A day doesn’t go by without some sort of reminder showing us the importance of getting healthy and fit. We see beautifully bronzed, highly toned men and women gracing page upon page of magazines. And this is in stark contrast to how the nation appears to be shaping up.
Levels of obesity in adults and children have never been higher. The Government is so concerned that it is even prepared to take action against parents of severely overweight children. With a hectic pace of life that pushes the average family to full stretch, it’s hard to find the time - let alone energy - to exercise. When this is coupled with a lack of interest, not surprisingly, the couch and remote control seems an appealing alternative.
So, how can this vicious cycle be broken? Well it would certainly help if exercise suddenly became more fun, and an activity that the whole family can partake together. Exercise - fun? Do those two words go together? Well, yes they can!
Here are some fun ideas to provide you with food for thought:
No longer are computer consoles regarded as sources of lethargy and inactivity. Now there’s no excuse not to jump up and play exercise games in the comfort of your living room. As the programmes are often varied, this prevents boredom settling in, and appeals to the slightly older child. Check out boxing, dancing and general workout games that you can plug into a games console.
Take your pick - there’s such a huge choice of dance styles to select from. Dancing is very much in vogue, thanks to shows such as ‘Strictly Come Dancing’. Its strong appeal lies in the fact that it can be done anywhere, anytime. Dance mats attached to computer consoles are great at teaching different dance steps and moves. Singing into a hairbrush is optional, but you can learn it the professional way and join a dance class.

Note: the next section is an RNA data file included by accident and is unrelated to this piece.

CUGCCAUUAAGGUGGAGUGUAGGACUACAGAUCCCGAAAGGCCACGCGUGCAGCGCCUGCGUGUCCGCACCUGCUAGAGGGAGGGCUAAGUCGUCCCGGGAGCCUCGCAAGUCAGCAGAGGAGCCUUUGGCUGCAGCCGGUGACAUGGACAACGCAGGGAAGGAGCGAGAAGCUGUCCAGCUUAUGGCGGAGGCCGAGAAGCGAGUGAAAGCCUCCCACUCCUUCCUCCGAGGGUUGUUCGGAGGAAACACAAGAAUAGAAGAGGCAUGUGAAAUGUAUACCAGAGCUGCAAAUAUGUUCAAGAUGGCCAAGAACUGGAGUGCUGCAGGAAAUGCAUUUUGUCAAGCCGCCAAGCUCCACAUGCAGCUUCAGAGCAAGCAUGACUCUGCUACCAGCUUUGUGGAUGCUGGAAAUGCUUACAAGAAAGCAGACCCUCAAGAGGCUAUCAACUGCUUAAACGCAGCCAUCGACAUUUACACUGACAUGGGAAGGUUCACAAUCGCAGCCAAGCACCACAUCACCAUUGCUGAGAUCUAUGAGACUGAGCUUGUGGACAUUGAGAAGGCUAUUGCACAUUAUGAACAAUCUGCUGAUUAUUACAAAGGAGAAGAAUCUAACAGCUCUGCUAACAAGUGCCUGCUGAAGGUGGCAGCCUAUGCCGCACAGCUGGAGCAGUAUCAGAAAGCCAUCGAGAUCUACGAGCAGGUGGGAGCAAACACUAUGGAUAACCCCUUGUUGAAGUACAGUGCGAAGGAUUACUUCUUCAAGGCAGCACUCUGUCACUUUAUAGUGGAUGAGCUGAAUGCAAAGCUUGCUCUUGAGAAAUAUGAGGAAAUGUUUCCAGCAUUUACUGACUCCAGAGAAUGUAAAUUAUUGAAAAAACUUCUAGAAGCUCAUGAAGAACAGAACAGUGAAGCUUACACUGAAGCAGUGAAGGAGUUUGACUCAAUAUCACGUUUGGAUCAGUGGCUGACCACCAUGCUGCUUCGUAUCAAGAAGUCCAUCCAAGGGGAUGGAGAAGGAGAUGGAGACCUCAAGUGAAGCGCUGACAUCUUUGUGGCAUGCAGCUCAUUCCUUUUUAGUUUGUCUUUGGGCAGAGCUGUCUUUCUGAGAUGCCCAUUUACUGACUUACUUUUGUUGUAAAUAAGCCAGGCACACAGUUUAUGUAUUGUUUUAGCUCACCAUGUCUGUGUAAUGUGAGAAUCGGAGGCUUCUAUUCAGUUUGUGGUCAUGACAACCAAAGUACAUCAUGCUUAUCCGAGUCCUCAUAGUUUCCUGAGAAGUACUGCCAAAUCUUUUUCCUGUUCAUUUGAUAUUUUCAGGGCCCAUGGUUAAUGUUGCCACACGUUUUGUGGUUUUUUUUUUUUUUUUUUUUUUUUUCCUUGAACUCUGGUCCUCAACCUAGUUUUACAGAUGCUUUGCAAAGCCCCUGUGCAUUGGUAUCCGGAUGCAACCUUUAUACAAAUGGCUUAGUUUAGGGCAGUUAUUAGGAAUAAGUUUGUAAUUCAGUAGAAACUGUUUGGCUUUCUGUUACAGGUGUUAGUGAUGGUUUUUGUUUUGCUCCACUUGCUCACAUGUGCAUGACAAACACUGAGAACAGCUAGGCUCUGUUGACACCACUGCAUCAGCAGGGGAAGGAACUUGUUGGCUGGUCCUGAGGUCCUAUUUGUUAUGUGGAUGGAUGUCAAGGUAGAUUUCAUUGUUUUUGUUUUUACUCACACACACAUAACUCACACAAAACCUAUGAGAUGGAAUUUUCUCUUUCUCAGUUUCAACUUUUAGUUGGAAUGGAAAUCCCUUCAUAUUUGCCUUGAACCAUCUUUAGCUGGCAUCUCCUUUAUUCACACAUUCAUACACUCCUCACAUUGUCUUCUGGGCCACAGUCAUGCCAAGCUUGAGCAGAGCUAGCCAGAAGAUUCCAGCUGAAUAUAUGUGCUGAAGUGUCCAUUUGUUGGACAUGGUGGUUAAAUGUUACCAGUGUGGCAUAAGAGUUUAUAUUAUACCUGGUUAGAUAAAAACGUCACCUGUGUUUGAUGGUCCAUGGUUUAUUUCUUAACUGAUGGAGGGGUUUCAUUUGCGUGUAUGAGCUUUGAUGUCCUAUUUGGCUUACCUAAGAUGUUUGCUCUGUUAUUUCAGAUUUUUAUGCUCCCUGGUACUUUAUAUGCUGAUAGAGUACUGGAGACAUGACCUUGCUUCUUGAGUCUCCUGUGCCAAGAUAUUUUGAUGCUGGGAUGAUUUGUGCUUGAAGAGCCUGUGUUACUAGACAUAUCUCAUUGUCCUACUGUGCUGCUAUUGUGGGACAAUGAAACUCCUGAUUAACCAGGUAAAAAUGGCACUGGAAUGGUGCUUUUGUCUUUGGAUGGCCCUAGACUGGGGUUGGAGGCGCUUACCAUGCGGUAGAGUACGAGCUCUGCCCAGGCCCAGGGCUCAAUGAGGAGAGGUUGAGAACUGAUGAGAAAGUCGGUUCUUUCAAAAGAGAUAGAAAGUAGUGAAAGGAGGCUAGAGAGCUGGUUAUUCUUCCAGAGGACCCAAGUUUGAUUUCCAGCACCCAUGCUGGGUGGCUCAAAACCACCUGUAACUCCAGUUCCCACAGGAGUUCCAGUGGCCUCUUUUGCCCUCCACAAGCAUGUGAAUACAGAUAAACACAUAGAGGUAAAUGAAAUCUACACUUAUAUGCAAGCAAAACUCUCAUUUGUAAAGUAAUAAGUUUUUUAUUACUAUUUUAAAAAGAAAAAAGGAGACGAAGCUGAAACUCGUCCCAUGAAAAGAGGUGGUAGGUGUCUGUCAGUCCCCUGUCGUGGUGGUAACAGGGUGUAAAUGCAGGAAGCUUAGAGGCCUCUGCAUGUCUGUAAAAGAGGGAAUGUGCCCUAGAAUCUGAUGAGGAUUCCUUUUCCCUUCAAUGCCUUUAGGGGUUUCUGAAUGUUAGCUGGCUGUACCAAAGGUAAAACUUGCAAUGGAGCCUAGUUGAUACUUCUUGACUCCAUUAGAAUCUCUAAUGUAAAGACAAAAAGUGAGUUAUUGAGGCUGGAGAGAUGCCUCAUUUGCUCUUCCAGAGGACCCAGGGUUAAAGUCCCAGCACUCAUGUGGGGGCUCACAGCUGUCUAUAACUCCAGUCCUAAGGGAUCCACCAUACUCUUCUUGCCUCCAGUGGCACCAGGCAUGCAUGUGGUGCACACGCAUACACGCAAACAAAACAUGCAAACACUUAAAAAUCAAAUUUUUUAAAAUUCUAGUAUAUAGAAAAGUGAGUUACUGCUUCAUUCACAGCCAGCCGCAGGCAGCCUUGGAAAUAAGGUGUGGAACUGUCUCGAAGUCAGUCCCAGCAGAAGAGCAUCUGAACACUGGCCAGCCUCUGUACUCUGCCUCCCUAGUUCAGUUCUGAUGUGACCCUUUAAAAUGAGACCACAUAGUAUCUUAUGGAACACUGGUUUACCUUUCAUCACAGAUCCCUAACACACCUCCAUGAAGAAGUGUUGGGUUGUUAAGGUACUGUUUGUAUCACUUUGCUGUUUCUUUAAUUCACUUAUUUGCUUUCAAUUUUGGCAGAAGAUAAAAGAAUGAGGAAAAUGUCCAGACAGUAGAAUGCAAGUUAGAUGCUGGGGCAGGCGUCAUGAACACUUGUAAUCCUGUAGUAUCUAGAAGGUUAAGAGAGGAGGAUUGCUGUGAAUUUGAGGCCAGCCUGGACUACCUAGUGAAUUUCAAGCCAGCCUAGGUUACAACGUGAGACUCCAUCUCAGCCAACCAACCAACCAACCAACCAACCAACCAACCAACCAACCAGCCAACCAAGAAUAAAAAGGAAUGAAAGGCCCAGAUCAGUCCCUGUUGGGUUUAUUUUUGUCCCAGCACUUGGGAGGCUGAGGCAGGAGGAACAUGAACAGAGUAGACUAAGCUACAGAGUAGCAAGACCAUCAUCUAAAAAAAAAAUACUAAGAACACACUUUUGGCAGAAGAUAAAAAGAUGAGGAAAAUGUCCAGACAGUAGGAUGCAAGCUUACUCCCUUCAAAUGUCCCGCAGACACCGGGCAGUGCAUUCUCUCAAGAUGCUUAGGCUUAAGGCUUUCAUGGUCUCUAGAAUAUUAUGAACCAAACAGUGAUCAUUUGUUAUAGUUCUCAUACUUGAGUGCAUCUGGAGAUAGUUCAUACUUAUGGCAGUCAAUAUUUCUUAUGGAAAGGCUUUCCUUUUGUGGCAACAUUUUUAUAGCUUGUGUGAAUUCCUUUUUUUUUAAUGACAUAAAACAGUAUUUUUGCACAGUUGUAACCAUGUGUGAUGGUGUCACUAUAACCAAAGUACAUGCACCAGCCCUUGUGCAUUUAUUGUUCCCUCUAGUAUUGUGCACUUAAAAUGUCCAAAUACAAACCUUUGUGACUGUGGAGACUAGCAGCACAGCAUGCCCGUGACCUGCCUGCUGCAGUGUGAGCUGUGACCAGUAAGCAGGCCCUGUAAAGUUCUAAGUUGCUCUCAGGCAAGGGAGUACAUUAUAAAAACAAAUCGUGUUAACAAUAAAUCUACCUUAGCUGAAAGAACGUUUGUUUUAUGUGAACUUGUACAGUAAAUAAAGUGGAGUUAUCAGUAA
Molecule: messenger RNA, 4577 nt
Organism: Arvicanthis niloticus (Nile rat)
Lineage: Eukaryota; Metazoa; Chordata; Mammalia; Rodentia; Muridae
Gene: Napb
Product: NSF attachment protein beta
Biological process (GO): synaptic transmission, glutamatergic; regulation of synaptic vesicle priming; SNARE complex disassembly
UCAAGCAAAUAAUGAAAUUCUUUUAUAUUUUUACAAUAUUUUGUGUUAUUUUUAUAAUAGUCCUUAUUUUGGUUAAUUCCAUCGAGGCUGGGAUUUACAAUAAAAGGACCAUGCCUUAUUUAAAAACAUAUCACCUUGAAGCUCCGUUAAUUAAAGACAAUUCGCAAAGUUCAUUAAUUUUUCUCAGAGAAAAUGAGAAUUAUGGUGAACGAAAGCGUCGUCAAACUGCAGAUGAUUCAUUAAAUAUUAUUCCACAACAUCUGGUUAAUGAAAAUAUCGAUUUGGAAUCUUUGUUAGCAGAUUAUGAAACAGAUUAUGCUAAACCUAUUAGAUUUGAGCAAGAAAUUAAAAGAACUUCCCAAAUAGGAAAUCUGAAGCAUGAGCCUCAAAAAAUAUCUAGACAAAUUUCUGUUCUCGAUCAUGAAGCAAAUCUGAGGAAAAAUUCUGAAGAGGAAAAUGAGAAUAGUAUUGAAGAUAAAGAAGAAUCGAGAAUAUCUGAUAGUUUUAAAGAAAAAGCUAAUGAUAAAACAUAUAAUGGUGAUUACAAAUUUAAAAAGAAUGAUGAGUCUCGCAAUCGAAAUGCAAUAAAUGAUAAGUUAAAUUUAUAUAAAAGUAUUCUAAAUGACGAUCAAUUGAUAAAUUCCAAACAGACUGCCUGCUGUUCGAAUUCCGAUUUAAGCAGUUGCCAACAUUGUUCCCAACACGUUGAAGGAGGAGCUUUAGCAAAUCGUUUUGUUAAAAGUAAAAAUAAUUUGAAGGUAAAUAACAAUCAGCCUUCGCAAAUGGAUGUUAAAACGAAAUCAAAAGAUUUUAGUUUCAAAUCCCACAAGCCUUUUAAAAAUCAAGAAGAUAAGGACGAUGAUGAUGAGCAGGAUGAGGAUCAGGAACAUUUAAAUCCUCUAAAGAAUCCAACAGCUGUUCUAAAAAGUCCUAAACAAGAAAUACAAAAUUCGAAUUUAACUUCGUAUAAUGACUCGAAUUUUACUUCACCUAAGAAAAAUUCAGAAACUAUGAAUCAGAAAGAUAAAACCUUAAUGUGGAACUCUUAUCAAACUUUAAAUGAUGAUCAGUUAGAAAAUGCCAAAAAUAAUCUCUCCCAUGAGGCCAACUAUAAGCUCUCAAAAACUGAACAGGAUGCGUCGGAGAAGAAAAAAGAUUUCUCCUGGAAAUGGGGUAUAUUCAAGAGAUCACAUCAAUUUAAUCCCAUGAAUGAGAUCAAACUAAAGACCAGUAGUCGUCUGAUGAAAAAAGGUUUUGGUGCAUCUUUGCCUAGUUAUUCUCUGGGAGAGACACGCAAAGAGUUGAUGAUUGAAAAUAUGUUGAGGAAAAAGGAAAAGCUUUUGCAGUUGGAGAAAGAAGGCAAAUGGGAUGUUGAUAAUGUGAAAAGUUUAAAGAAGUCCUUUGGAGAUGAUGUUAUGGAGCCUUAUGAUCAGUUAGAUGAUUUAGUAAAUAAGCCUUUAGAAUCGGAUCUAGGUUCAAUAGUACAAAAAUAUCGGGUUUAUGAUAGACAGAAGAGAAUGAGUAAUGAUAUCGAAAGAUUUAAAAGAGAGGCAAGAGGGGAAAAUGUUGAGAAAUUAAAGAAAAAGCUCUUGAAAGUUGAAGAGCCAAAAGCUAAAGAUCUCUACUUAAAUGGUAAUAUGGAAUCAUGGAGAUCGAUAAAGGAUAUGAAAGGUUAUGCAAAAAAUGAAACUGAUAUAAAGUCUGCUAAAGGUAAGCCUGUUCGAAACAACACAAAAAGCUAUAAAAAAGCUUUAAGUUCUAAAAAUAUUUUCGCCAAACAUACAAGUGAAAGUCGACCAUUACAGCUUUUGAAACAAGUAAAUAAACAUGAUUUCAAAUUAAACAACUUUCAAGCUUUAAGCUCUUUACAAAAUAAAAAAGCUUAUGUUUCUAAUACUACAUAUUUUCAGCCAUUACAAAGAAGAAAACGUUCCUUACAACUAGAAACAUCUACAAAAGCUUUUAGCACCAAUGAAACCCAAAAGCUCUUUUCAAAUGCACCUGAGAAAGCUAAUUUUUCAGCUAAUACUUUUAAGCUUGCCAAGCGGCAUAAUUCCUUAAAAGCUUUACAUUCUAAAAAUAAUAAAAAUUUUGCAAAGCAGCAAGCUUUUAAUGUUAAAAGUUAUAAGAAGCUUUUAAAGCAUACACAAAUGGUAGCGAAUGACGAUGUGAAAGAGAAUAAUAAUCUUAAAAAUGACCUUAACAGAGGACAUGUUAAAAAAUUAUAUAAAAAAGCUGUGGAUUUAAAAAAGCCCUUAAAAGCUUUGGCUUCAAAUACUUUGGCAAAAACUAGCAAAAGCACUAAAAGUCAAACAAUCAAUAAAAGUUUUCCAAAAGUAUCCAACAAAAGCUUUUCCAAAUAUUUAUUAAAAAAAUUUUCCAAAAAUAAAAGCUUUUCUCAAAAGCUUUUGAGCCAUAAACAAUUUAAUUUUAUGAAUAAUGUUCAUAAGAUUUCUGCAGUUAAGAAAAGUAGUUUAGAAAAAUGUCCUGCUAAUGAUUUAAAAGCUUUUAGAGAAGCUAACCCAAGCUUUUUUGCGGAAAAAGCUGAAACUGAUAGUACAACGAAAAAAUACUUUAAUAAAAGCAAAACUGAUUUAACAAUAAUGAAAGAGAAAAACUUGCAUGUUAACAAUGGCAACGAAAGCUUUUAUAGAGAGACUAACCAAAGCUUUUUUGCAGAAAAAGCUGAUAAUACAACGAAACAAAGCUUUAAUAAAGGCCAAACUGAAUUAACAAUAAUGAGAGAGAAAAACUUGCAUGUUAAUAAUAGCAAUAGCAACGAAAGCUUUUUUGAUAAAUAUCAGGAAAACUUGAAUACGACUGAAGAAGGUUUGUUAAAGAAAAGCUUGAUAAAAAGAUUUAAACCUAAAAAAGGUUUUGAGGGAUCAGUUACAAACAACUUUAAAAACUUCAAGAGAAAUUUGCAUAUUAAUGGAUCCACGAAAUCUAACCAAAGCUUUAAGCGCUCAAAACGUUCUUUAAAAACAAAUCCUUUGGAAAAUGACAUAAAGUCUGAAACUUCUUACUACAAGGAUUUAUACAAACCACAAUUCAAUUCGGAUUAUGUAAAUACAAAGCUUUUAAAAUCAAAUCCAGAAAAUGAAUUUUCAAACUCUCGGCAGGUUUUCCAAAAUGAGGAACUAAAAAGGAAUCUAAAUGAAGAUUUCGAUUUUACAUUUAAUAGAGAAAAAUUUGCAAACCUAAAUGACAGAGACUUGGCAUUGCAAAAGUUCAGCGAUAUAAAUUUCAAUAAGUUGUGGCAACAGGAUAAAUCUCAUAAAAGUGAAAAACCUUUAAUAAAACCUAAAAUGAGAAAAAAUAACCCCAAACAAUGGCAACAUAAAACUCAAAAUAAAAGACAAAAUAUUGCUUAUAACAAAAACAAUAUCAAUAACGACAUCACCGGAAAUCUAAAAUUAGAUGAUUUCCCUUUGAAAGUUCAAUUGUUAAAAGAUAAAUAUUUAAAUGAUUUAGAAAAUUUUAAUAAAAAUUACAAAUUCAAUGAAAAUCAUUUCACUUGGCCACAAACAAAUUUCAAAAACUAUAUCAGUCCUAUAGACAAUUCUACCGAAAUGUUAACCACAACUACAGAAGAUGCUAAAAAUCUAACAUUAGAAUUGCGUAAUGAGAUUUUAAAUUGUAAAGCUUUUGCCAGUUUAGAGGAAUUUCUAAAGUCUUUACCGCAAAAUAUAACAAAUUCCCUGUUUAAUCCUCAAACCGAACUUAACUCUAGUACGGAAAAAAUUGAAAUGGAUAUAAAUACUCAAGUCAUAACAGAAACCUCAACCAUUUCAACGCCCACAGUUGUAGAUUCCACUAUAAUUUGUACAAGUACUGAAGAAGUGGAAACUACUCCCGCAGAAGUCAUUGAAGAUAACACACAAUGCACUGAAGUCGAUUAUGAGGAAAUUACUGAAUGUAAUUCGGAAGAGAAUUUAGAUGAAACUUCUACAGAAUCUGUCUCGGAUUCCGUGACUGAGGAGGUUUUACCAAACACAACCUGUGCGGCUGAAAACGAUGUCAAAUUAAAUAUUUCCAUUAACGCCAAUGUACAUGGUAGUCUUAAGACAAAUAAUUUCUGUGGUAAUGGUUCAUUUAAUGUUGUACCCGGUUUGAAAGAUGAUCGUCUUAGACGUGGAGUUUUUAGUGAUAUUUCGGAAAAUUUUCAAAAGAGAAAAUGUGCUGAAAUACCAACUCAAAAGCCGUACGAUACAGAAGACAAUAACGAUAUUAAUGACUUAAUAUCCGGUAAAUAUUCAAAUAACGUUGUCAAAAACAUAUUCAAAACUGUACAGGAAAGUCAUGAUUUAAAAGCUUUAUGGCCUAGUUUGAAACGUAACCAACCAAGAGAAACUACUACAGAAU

Yes, a few stolen moments here and there with a traditional Hula Hoop can do wonders for the waistline. Not only is it an inexpensive item to buy, but both adults and children can have a go and giggle at each other as they do it.
This is not an obvious form of exercise, and, really, it’s not an entirely practical one either. But if you visit an attraction that has a bouncy castle – use it! It’s amazing how many calories will be burned after a ten-minute stint on the brightly coloured inflatable, and the feel good endorphins released from jumping around with the kids makes it priceless.
Many primary schools are currently benefiting from skipping workshops as part of a national programme, offered by instructors who aim to revive this activity as a fun way to get fit. We all know rigorous skipping is intense and can put anyone off, so go at your own pace.
OK, back to the 1970’s again. These funky, bouncy sit-on items make for great family relay games. Not only do they encourage cardiovascular work, but are also great for strengthening the legs and tummy.
The garden provides the perfect spot for Frisbee throwing, playing catch with a ball and creating circuit-training courses. If you’re fortunate enough to have a garden or back yard large enough, then consider investing in a trampoline.
Children love to climb, be it a tree, the furniture or up an official climbing wall - it’s an activity that continually offers challenge. Parents can get involved by signing on at a local climbing wall and learning how to ‘belay’, in other words, safely hold the ropes at the bottom, whilst their youngster clambers up the wall.
Be kind to your body. Keep it topped up with plenty of water and energy boosting food such as a banana, at least half an hour before you exercise. Dehydration can tire the body rapidly and will make anyone feel zapped of strength. Sipping water during exercise will help you keep up the momentum. And if you feel full of energy, exercise will feel more fun.
It may seem surprising, but good exercise clothing does make a difference. Purpose-made exercise wear allows the body to breathe and doesn’t retain the sweat as other materials do. If you feel comfortable you are more likely to enjoy what you are doing.
Find out more on family fitness by visiting NHS Direct: http://www.nhs.uk/pages/home.aspx
Over 18 million copies of Primary Times magazines are distributed every year through primary schools in 59 regions across the UK and Ireland.